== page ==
My motto: Make bureaucracy work for you!

  3. Antediluvian says:

    Okay, here’s an issue: the “TSA Lady” has got to be wrong when she says you’re only supposed to take things you might need on the plane. According to the list, “cigar cutters” are allowed. The list says “umbrellas” are allowed. Anyone ever see anyone use either of those on a plane lately?

  4. Antediluvian says:

    Possible script: “Personal lubricant” is allowed, per the TSA web site.

    “I need it for ‘personal reasons.’”
    “I need it for ‘personal dryness issues.’”

    Or, state loudly and proudly, “I have an irritating dryness on my scrotum that requires regular moisturizing. Here, just a moment while I unzip and I’ll show you, ma’am.”

    I suppose there are some other (non-sexual / non-sensual) uses for “personal lubricant” that I don’t know about — but if the manufacturer can “play dumb” in the advertising and packaging, then airline passengers should be able to do so to.

  5. Smoking Pope says:

    Me: “But I might need that on the plane.”

    TSA lady: “What for?”

    The correct answer: “Hot, ass thumping sex in the bathroom.”

  6. thatabbygirl says:

    I, too, tried to use the TSA rules to figure out what I could bring on the plane before a flight (my semi-illicit substance of choice: chapstick). What I found at the airport is that the TSA screeners seem to have internalized the “no liquids or gels” rule, but not the details about what is and is not allowed – so basically each screener is making up their own version of the rules.

    The TSA rules seem to imply that chapstick is ok – it’s analagous to lipstick, which is allowed, not a pot of lip gunk like carmex, which is not allowed. When the TSA screener at LAX confiscated it, though, my recitation of the rules and wild brandishing of printed TSA information was totally pointless.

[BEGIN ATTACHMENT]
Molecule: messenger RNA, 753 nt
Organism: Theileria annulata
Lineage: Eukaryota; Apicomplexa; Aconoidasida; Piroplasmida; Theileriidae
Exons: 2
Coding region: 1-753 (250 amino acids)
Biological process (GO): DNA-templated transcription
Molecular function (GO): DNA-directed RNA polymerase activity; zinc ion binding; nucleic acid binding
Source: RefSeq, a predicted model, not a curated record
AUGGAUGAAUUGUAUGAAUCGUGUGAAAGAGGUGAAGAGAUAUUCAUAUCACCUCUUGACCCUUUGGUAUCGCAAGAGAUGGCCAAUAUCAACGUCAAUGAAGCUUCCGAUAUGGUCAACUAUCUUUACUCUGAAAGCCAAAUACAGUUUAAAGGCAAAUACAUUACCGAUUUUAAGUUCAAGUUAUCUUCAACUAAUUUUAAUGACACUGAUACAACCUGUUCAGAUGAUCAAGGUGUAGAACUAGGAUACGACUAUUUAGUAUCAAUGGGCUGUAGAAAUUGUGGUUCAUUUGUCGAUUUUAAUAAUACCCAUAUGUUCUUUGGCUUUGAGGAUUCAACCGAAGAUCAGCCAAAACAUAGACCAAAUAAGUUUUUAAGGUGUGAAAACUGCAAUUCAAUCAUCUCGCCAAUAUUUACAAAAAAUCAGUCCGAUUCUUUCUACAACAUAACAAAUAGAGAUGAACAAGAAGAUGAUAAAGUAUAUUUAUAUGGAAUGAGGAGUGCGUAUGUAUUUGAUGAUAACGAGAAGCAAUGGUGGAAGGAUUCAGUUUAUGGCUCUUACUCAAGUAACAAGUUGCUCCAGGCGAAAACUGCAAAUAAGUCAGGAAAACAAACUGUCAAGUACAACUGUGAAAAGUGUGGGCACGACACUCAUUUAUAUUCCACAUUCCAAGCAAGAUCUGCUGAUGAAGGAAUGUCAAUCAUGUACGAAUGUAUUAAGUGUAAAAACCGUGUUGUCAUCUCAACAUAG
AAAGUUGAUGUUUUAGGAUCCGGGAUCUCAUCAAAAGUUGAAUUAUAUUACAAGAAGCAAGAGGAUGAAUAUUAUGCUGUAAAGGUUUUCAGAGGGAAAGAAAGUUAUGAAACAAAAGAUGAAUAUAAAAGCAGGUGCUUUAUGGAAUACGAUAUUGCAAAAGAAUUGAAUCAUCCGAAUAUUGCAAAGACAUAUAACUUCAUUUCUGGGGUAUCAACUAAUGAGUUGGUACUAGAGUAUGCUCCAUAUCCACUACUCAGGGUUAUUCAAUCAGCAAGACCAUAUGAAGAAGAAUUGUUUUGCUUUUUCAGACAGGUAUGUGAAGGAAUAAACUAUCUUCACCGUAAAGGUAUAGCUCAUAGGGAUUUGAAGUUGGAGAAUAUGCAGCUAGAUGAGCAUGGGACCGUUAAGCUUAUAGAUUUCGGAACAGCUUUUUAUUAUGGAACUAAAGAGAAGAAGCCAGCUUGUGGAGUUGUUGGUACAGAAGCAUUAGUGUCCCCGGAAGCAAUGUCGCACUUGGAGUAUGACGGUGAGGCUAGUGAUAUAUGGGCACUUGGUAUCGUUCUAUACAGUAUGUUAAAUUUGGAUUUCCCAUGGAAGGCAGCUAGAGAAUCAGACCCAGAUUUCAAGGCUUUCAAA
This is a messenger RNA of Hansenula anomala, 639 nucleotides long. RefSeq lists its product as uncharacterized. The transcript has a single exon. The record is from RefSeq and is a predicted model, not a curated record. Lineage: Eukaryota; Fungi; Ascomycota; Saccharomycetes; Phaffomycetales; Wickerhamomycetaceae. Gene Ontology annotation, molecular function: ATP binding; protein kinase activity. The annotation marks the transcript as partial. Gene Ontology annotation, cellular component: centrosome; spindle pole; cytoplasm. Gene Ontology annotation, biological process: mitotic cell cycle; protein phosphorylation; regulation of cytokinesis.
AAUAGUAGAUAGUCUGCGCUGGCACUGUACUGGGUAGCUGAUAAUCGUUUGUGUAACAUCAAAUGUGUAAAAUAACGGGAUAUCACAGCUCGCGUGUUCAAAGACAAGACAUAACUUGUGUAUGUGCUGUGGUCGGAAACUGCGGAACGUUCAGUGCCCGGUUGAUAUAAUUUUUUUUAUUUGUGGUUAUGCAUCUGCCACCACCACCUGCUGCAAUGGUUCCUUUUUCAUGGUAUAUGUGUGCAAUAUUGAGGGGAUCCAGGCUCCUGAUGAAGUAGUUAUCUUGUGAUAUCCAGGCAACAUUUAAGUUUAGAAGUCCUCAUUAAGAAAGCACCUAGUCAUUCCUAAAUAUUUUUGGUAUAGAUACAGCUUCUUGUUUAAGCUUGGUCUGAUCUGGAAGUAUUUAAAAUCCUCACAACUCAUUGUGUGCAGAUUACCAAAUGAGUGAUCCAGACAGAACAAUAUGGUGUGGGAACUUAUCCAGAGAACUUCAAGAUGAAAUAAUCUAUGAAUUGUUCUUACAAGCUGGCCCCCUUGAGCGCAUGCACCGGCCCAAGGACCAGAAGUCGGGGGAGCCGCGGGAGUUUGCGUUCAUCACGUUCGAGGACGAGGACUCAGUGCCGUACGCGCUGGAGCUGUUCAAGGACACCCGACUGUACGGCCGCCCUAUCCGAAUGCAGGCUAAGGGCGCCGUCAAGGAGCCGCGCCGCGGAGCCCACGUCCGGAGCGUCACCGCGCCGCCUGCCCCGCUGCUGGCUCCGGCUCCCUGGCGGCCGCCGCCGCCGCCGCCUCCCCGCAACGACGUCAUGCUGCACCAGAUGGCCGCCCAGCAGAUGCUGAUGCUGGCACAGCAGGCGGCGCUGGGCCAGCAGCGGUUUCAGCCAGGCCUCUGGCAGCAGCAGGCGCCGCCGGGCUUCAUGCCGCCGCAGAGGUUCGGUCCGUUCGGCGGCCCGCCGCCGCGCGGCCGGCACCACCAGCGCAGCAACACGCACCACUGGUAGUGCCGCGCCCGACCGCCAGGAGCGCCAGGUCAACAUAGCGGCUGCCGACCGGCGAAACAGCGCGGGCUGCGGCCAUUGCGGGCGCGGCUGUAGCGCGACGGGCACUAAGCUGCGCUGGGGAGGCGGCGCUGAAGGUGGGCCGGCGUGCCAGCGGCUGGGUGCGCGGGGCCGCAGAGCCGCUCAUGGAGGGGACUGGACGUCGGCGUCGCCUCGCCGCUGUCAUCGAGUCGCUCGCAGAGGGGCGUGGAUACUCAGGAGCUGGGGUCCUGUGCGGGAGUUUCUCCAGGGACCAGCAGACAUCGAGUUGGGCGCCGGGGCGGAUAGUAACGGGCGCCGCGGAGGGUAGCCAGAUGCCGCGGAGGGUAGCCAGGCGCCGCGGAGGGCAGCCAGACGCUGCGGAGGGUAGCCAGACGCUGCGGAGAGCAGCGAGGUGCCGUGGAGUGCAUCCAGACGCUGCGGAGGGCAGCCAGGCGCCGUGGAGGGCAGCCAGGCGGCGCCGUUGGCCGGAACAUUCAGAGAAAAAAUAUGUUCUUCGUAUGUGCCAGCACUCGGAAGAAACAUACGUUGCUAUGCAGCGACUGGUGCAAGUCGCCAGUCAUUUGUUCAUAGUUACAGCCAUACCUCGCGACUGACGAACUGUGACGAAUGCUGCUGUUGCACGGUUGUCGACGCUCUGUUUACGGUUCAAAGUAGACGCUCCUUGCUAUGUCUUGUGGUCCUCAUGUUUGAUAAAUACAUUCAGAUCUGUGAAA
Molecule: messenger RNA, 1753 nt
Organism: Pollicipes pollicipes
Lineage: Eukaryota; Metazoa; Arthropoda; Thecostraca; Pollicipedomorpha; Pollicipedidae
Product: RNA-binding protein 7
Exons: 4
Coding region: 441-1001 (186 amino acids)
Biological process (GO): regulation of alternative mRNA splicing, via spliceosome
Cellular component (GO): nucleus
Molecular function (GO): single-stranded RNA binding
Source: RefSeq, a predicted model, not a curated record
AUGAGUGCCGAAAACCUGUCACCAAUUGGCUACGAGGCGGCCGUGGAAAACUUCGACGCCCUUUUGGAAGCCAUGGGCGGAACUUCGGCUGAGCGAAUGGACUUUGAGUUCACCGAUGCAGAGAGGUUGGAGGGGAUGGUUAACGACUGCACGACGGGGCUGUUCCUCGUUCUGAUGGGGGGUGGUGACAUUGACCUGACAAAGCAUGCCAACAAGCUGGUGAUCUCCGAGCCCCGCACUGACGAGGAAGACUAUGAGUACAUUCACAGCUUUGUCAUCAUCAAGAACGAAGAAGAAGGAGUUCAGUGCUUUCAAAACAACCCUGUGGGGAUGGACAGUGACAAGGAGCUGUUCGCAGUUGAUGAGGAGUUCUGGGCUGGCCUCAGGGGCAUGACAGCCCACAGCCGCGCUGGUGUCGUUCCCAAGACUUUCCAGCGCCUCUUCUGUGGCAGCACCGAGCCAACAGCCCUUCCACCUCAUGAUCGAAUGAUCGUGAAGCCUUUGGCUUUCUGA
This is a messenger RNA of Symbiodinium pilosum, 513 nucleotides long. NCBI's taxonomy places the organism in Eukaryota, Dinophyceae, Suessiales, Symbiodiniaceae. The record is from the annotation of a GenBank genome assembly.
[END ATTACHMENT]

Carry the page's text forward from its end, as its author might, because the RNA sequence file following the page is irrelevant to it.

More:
BTW, making me fly from LA to London without chapstick should be a violation of Geneva Conventions.

  7. Bluefreak says:

    I think this is the most frustrating part–even when the rules are clear, the screeners either are not aware of the rules or make up their own rules. A few suggestions:
    1) Before going to the airport, print out the most up-to-date approved/banned items list off of the TSA website. While not definitive, since the TSA loves to change the rules daily, this will at least provide some support to your argument that a specific item is permissible.
    2) If the agent still won’t let you through, ask to see their supervisor who should clarify the policy with the individual agent.
    3) If the supervisor isn’t willing to budge, your final avenue of recourse is to ask for the GSC (ground security coordinator). A GSC is an airline employee who acts as the central contact for security issues. However, the decision of the GSC is final (at least without filing a judicial action), so this is your last avenue of recourse. If the TSA agents say that the GSC is not available, then you might need to politely remind them that there must always be a GSC on duty when there is flight activity and if not, they will need to shut the security checkpoint down and purge the terminal. That usually gets their attention.